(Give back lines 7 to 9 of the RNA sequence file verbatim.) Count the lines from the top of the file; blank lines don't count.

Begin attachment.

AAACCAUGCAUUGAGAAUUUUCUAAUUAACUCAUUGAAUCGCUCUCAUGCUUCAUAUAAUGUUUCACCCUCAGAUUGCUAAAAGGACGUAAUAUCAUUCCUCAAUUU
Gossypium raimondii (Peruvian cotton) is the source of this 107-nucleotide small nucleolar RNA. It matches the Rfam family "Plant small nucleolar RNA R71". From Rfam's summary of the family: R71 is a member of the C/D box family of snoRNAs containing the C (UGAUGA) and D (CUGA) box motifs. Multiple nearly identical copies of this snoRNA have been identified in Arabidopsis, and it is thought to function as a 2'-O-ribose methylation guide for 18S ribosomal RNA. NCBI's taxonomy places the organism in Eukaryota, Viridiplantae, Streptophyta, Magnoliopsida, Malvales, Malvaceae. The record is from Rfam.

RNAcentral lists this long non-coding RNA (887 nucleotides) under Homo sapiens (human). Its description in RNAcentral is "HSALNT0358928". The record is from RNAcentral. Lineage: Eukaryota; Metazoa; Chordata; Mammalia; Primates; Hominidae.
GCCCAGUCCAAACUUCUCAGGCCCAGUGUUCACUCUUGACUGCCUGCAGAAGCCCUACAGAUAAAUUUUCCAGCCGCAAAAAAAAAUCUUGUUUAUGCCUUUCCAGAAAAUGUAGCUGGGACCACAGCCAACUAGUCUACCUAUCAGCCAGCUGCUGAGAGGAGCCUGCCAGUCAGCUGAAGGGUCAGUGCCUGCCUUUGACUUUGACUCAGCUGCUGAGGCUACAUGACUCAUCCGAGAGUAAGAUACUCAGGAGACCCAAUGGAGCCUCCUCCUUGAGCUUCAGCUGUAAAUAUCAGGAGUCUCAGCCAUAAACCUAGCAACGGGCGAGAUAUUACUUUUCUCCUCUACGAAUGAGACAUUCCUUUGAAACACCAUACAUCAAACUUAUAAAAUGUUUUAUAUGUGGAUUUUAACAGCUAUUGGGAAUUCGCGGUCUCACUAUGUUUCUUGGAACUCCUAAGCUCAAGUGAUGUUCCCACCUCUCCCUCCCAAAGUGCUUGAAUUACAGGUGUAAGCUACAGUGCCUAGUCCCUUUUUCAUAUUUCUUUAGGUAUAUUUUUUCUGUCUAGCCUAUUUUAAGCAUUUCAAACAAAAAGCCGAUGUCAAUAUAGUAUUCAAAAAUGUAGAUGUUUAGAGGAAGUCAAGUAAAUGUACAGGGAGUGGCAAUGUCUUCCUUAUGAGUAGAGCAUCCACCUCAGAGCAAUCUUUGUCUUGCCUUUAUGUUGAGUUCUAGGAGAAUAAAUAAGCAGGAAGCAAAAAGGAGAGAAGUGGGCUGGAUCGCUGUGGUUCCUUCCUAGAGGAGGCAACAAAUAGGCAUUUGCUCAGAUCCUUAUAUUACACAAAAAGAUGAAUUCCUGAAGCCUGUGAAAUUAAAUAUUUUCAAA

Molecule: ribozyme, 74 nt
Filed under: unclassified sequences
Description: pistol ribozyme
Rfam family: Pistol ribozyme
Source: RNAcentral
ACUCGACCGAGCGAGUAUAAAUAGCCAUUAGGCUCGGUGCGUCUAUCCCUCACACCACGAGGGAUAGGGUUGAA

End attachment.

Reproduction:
Description: pistol ribozyme
Rfam family: Pistol ribozyme
Source: RNAcentral